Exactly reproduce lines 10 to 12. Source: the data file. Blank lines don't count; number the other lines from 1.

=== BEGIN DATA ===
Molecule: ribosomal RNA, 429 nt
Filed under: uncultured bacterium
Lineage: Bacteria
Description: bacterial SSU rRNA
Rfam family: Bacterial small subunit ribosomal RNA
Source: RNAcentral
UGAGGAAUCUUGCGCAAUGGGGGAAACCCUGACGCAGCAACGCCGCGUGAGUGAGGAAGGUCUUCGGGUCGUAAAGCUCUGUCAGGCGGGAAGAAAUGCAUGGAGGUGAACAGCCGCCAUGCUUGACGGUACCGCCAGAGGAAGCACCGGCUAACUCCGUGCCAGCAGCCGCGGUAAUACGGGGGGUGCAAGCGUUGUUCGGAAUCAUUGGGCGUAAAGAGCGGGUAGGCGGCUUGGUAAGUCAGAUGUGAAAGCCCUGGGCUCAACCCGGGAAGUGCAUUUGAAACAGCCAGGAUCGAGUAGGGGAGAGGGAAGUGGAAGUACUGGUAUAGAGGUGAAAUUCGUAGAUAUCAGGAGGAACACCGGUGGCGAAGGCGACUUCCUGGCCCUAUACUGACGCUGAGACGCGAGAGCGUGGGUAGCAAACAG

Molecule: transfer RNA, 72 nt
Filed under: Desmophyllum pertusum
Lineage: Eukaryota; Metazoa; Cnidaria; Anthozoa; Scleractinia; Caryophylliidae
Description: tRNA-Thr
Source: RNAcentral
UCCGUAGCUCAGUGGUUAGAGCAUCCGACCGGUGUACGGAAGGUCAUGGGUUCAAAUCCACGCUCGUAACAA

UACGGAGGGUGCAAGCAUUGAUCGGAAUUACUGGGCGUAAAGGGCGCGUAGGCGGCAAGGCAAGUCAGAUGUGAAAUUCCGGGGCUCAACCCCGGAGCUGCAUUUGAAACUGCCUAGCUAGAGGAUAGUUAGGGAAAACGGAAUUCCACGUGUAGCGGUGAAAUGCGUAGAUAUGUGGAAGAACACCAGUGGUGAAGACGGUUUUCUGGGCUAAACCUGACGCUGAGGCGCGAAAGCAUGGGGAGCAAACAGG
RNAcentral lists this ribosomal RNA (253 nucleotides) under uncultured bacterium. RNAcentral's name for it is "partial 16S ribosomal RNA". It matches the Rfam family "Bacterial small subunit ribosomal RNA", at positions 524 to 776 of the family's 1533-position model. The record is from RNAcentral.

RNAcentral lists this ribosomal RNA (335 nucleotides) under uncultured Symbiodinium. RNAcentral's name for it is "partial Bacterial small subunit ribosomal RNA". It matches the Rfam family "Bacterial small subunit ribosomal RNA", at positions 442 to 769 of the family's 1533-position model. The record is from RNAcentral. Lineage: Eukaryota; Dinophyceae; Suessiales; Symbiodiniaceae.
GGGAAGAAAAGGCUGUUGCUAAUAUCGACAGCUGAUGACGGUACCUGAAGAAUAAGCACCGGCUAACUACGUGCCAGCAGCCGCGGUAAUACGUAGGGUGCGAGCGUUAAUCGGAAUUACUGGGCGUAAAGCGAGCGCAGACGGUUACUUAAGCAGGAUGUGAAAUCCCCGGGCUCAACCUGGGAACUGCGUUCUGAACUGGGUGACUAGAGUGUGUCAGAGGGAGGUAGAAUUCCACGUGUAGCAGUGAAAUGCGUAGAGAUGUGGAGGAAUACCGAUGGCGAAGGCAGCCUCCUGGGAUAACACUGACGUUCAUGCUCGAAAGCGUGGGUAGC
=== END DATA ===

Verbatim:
Lineage: Eukaryota; Metazoa; Cnidaria; Anthozoa; Scleractinia; Caryophylliidae
Description: tRNA-Thr
Source: RNAcentral